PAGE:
Russians to use cell phones to settle overdue payments

Russians will be soon able to learn about their overdue payments and settle them via their cell phones, Head of the Federal Service of Bailiffs Artur Parfenchikov has said.

Moscow: Russians will be soon able to
learn about their overdue payments and settle them via their
cell phones, Head of the Federal Service of Bailiffs Artur
Parfenchikov has said.

"This option has been implemented in the Krasnodar
Region, where it is possible to learn about overdue payments
and to settle them via a text message," he said yesterday.
"Quite soon the option will be available in Russia`s other
regions."

Russians will be able to settle debts of maximum USD
493.53.

"Mostly, those would be administrative fines, including
fines for violating traffic rules."

"We offer a very convenient resource where a debtor may
learn about a fine and make the payment," Parfenchikov said.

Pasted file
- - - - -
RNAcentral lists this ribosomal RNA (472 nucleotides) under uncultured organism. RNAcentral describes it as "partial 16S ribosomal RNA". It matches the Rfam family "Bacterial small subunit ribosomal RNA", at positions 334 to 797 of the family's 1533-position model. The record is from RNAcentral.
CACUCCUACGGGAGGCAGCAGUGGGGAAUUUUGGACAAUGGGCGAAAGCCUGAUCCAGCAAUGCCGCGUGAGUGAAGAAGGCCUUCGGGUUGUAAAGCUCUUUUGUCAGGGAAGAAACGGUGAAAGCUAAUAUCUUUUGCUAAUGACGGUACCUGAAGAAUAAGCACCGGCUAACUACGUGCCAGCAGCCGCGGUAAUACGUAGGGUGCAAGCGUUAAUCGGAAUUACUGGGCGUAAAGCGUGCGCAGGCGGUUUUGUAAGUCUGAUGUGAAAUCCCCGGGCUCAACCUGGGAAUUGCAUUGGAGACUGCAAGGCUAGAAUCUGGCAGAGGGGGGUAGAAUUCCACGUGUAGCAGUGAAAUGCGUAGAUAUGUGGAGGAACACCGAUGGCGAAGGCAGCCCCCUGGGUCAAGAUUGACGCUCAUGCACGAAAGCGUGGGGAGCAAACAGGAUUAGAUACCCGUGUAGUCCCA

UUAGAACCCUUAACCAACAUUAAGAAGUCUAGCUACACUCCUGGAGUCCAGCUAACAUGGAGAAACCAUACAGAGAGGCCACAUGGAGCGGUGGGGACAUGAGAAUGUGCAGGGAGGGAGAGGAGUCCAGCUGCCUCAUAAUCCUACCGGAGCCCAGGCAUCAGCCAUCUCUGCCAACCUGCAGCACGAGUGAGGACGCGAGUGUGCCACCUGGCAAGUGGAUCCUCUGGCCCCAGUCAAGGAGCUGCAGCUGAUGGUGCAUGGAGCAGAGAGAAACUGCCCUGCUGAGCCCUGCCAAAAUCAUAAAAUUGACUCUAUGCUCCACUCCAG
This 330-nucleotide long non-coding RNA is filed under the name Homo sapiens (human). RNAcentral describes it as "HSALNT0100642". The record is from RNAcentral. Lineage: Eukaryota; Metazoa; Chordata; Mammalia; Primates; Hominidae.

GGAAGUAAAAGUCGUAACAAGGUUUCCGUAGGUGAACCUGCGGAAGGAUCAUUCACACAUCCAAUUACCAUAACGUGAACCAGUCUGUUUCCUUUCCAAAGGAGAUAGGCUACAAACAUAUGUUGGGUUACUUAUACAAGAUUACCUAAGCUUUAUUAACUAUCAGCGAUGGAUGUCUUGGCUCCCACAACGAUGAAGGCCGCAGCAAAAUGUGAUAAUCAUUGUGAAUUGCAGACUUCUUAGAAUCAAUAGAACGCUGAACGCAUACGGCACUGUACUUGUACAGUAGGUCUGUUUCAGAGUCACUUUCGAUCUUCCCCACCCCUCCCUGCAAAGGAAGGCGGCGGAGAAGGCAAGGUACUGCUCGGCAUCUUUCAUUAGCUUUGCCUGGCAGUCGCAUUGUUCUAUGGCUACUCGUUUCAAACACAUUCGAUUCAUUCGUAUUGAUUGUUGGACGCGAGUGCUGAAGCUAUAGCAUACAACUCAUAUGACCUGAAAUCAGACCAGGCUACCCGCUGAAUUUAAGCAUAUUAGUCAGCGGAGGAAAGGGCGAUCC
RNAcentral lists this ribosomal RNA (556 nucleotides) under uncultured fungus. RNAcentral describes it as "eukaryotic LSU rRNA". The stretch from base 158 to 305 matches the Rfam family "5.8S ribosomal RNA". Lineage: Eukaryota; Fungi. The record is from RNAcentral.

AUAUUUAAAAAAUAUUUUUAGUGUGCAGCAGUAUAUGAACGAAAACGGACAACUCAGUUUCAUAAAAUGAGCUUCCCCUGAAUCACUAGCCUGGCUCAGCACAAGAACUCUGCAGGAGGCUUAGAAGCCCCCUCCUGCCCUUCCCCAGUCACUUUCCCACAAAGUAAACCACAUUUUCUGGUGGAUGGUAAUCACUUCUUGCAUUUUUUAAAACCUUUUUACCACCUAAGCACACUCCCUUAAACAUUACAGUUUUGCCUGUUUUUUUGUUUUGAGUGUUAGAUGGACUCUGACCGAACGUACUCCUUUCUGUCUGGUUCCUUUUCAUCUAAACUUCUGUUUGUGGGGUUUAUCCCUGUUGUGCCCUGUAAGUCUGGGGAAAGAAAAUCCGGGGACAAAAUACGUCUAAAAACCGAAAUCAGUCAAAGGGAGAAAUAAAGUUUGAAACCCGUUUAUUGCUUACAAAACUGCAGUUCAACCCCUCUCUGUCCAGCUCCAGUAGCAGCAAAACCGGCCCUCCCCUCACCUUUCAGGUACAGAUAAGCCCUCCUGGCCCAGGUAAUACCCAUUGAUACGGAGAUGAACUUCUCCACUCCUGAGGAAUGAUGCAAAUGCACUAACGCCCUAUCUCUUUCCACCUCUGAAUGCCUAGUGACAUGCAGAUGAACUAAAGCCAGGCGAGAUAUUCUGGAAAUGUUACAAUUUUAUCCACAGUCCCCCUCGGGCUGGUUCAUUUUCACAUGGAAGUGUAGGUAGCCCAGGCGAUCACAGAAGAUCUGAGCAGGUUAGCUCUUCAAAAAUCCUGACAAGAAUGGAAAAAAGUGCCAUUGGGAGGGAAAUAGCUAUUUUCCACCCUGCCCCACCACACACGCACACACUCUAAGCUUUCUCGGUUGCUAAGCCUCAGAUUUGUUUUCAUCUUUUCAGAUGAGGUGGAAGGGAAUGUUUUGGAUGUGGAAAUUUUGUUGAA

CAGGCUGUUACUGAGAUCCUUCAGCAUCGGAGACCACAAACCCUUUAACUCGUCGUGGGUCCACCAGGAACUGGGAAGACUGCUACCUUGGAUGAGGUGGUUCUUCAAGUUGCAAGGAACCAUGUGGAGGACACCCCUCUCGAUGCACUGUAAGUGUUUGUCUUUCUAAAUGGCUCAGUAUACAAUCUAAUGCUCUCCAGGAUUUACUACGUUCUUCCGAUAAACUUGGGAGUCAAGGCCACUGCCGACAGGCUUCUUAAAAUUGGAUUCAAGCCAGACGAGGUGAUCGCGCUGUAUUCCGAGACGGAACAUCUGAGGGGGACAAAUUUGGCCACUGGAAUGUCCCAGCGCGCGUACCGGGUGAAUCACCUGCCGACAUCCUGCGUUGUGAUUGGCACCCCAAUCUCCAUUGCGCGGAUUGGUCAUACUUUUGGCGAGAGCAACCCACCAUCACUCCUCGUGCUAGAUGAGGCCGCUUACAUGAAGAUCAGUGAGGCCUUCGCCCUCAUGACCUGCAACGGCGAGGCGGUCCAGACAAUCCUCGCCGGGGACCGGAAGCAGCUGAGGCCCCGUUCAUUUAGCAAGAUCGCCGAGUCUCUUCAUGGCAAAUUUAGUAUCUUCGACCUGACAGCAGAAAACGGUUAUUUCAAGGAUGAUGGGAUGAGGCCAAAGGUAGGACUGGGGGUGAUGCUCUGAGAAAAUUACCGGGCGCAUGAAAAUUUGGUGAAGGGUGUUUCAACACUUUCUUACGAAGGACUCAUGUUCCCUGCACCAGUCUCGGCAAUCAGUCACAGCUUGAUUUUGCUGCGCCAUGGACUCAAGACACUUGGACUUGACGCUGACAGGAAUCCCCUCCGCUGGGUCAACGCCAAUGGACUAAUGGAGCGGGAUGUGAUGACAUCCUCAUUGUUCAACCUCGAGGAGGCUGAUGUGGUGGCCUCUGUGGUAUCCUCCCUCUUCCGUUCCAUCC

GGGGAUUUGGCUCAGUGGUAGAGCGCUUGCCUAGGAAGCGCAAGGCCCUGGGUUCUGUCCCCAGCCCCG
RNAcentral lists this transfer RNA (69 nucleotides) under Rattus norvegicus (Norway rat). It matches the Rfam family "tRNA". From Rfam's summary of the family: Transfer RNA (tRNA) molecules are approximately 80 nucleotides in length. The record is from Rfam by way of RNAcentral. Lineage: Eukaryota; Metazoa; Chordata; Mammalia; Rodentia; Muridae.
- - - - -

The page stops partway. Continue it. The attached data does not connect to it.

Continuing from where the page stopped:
"This form of payment reduces the corruption component."

The introduced payment option is a part of a new national
multi system information base, which will be launched "late
this year or early next year," he explained.

"The data base will contain information on overdue
payments throughout the country," he said. "We use the
Internet, cell operators and bank terminals, where a debtor
will be able to get information on overdue payments and to
settle those."

As of now, the service to learn about a debt via bank
terminals is available in St. Petersburg, Pskov and the
Volgograd Region. Very soon the option will be available in
other regions.

The Internet site of the Federal Service offers
information on overdue payments that corporates have, and by
the end of the current year about two thirds of Russia`s
territories will be able to see information on personal
debts.

Parfenchikov commented on cases of corruption among
bailiffs, saying that "over the current year we have revealed
50 cases of bribe taking."

"Not so long ago a high ranking official at the Kirov
District in St.Petersburg was detained for taking a bribe," he
said. "We try to see the reason of such behaviour, which may
be caused by a lack of control."

"Over 2010, there have been 56 cases for attempts to bribe
bailiffs," he added.

PTI

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